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“The only thing necessary for these diseases to the triumph is for good people and governments to do nothing.”



High Court Declines HIV Disability Case
Wednesday, 29 May 2002

WASHINGTON -- The U.S. Supreme Court on Tuesday declined to hear a case brought by a Georgia dental hygienist who was demoted when his employer discovered he was HIV-positive. Citing protection from the Americans with Disabilities Act, Spencer Waddell filed suit against Valley Forge Dental Associates in Atlanta. Citing a potential threat to patients, a federal district judge dismissed his complaint in 1999.

The U.S. Court of Appeals for the 11th Circuit backed that decision in December 2001. Waddell appealed to the high court three months later.

The Lambda Legal Defense and Education Fund, which has been representing Waddell in the suit, says the court's rejection leaves an apparent conflict in the ADA law.

In 1998, the Supreme Court ruled that a dentist may not refuse to treat a patient with HIV, writing that "little in life is risk-free" and that the mere existence of risk does not automatically constitute a "direct threat" to others.


Waddell's demotion was justified, said both the federal and appellate courts, because there was a chance Waddell could transmit HIV to patients. Under an exception to the ADA, employers may discriminate if a person's disability poses a threat to other people.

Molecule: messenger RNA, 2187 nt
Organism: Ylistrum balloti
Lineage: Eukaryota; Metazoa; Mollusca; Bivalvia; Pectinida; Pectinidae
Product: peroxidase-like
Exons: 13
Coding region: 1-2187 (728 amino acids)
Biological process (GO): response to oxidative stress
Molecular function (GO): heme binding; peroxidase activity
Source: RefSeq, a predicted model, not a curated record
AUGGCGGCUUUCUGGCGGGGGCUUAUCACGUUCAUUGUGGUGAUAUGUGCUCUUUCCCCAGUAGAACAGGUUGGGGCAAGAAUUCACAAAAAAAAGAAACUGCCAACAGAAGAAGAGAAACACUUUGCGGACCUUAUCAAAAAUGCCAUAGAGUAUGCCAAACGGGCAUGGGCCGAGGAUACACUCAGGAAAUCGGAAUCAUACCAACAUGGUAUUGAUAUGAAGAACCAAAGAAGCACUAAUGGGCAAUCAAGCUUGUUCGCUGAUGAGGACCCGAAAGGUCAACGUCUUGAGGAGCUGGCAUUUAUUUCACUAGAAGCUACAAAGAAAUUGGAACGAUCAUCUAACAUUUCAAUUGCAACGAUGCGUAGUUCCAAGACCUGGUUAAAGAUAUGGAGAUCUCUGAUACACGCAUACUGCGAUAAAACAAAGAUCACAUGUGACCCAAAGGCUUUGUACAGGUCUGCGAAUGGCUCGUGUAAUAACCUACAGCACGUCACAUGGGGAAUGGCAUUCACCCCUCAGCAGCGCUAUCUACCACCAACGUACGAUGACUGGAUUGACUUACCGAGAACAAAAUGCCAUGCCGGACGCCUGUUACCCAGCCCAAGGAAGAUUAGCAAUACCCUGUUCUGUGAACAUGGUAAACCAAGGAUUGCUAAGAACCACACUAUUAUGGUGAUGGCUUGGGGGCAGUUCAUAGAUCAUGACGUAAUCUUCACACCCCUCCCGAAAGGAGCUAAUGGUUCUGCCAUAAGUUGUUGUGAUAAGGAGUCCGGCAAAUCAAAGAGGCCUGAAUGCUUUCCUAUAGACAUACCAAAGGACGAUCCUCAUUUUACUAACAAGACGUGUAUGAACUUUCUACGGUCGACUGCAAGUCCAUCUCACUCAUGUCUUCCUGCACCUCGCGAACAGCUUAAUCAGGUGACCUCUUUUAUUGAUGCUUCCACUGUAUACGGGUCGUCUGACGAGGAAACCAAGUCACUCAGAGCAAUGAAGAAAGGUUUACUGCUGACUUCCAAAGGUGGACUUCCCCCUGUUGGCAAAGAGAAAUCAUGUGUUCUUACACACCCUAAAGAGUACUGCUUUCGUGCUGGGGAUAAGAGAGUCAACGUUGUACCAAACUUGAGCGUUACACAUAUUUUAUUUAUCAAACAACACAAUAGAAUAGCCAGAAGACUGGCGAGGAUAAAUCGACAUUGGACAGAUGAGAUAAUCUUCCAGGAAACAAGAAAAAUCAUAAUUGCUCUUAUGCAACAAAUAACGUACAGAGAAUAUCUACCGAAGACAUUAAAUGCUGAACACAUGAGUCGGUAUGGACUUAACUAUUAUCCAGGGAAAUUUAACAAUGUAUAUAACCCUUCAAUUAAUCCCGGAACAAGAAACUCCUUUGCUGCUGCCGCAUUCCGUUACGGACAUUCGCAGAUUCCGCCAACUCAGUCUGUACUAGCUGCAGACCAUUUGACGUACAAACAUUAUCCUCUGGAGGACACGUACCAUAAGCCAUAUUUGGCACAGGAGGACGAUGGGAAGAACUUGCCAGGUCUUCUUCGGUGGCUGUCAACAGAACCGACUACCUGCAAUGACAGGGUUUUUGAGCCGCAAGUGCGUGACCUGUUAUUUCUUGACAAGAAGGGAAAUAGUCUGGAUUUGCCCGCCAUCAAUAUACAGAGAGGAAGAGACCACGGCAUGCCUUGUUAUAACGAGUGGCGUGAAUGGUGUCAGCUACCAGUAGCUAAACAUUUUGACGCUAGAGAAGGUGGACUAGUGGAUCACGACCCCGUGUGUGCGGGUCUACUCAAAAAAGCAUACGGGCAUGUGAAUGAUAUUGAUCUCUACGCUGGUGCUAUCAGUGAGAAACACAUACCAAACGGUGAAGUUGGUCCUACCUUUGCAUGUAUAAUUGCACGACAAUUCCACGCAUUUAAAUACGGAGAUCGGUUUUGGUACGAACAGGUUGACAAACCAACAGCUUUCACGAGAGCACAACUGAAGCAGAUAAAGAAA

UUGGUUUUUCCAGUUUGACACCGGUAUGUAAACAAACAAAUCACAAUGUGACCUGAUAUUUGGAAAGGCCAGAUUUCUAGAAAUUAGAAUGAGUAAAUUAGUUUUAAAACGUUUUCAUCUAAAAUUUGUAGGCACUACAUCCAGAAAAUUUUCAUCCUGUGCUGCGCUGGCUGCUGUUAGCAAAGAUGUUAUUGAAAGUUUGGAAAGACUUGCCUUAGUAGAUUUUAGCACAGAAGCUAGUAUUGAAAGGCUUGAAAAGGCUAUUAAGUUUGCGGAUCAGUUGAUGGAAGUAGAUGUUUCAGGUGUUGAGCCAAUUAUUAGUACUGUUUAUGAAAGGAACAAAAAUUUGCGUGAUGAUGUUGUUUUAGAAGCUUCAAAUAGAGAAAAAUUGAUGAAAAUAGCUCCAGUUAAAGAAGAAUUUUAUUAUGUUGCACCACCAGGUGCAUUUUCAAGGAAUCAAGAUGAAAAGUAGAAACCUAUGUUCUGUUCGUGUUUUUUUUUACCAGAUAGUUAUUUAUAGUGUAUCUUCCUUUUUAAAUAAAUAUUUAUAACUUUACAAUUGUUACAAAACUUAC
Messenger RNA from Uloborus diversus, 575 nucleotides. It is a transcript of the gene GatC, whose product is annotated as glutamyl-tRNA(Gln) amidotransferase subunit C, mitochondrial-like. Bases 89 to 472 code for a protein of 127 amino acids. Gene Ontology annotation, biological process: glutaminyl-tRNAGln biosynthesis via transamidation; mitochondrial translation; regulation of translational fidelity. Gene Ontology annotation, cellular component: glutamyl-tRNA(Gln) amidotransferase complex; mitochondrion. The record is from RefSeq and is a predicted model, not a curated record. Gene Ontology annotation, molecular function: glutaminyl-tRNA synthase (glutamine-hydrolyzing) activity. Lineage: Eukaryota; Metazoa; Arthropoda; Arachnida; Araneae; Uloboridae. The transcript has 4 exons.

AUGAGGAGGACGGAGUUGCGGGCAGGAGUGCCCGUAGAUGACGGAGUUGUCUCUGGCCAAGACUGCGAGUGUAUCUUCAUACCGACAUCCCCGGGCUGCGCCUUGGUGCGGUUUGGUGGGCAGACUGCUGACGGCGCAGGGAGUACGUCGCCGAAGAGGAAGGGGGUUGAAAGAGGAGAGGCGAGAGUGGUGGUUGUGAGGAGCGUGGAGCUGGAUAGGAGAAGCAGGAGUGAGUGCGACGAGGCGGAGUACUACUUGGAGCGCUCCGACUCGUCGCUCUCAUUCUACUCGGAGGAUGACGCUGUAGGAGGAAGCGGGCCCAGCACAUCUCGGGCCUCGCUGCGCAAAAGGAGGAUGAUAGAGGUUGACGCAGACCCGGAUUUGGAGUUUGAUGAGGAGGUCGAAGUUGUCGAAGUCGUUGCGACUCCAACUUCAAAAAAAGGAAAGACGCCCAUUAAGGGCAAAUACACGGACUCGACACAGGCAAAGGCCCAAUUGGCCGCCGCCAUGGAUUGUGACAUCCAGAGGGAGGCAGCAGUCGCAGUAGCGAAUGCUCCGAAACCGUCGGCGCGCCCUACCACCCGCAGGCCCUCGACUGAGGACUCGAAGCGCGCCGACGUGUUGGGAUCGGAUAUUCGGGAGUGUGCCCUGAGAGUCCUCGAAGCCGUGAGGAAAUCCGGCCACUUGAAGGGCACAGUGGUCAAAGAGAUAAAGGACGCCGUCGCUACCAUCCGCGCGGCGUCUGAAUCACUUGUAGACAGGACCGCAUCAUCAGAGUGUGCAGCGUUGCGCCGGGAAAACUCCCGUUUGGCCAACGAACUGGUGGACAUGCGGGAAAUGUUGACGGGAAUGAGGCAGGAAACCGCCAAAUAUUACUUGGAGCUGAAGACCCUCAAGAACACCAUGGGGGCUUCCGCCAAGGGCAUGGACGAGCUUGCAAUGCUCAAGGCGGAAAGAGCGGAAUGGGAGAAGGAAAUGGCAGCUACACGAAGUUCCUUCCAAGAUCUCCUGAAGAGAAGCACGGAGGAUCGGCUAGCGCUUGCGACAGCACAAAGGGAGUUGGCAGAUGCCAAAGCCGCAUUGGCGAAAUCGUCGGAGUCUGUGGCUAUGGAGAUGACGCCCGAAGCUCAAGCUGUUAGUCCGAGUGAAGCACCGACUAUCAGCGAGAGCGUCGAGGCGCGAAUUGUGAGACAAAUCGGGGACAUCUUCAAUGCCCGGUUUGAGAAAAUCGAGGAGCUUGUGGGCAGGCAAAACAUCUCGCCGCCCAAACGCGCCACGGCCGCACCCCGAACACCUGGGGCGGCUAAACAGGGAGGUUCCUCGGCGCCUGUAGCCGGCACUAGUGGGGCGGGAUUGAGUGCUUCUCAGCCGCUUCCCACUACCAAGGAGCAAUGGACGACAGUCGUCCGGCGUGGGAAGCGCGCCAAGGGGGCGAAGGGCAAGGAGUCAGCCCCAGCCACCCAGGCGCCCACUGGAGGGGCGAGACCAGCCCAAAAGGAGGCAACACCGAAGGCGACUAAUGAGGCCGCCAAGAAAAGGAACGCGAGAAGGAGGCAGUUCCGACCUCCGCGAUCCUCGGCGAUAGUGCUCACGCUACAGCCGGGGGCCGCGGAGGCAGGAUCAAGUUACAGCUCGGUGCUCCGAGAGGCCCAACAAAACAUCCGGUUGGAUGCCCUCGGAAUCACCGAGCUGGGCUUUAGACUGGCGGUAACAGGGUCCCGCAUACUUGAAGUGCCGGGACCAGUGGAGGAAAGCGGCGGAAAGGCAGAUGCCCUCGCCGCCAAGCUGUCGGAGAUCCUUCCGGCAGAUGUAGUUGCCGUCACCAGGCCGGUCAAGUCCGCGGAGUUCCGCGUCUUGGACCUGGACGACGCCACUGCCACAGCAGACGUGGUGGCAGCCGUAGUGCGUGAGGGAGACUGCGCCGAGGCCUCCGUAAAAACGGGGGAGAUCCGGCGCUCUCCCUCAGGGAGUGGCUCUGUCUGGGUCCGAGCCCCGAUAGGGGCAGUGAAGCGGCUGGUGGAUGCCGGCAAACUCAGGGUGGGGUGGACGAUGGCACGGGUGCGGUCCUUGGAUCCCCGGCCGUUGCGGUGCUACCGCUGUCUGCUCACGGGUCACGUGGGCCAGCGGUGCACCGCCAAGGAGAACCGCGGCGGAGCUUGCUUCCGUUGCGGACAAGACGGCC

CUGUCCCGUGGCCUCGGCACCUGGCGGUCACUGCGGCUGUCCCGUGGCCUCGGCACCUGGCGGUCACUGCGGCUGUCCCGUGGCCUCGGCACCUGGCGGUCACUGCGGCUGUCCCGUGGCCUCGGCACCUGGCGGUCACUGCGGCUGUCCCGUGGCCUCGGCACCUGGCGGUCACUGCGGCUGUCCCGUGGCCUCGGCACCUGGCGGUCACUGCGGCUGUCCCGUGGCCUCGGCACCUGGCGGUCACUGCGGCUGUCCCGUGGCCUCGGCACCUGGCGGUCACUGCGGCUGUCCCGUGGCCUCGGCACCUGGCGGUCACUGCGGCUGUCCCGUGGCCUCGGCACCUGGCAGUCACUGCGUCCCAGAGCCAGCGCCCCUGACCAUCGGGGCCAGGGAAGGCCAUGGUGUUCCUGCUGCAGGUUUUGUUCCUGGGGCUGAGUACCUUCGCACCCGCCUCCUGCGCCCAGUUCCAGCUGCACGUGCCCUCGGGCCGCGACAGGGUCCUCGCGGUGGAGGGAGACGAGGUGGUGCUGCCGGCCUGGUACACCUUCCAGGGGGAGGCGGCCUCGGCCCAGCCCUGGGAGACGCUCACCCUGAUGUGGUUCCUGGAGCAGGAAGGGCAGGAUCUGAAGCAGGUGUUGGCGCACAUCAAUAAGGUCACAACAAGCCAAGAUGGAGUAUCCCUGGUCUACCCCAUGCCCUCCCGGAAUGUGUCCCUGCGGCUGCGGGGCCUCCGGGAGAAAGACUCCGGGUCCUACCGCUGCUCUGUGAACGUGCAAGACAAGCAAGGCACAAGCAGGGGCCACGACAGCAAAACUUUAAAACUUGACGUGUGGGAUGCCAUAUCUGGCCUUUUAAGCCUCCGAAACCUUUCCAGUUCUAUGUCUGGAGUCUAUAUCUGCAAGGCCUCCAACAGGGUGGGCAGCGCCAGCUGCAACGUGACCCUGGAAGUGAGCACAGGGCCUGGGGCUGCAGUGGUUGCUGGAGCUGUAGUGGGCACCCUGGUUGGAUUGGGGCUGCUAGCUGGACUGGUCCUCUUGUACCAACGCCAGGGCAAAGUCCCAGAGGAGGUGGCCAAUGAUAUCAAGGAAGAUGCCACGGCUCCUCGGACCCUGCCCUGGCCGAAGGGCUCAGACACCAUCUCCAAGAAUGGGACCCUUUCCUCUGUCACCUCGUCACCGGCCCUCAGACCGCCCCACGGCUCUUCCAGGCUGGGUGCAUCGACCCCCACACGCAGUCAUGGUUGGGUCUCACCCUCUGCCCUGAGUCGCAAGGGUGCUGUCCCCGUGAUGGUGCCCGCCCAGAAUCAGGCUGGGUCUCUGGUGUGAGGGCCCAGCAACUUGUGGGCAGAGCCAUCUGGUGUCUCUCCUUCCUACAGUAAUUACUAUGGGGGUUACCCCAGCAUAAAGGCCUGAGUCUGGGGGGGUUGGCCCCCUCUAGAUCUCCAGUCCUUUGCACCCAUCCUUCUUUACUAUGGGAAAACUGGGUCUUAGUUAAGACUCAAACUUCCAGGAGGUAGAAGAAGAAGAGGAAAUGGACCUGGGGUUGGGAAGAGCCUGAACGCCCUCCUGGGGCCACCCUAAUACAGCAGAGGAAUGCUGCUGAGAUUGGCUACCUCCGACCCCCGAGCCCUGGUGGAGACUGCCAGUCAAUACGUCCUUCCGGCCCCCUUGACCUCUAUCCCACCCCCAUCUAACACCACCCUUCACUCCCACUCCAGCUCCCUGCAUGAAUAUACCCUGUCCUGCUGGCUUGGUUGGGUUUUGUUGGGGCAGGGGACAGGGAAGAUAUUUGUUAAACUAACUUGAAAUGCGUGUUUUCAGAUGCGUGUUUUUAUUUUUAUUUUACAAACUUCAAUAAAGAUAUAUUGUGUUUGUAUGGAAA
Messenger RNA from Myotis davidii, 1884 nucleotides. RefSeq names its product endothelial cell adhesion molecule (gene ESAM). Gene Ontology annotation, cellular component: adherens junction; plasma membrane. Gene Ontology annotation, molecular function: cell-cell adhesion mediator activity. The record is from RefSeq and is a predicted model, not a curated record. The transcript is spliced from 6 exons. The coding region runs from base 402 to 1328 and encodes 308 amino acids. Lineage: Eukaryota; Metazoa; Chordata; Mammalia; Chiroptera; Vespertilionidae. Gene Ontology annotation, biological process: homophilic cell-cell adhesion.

Lambda has long insisted in this case that the discrimination Waddell experienced was based on uncredible and indefensible bias. Lambda noted Waddell's boss thought HIV could be transmitted through sweat. Though no case of a dental hygienist infecting a patient has ever been recorded, the two courts nonetheless concluded Waddell was a potential threat.

"In effect," wrote Lambda, "the Court of Appeals standard requires that, to even make it to trial, Waddell must first prove that something that has never happened in the past cannot possibly happen in the future, an impossible burden for any plaintiff." Lambda said by this logic, "a host of imaginable disasters could be hypothesized to exclude virtually any individual with a disability."


Dentists and hygienists who adhere to universal precautions mandated by the dental industry run virtually zero risk of transmitting the virus. Waddell's challenge to his demotion was supported by the American Dental Association and the Equal Employment Opportunity Commission, among others.

-- Editor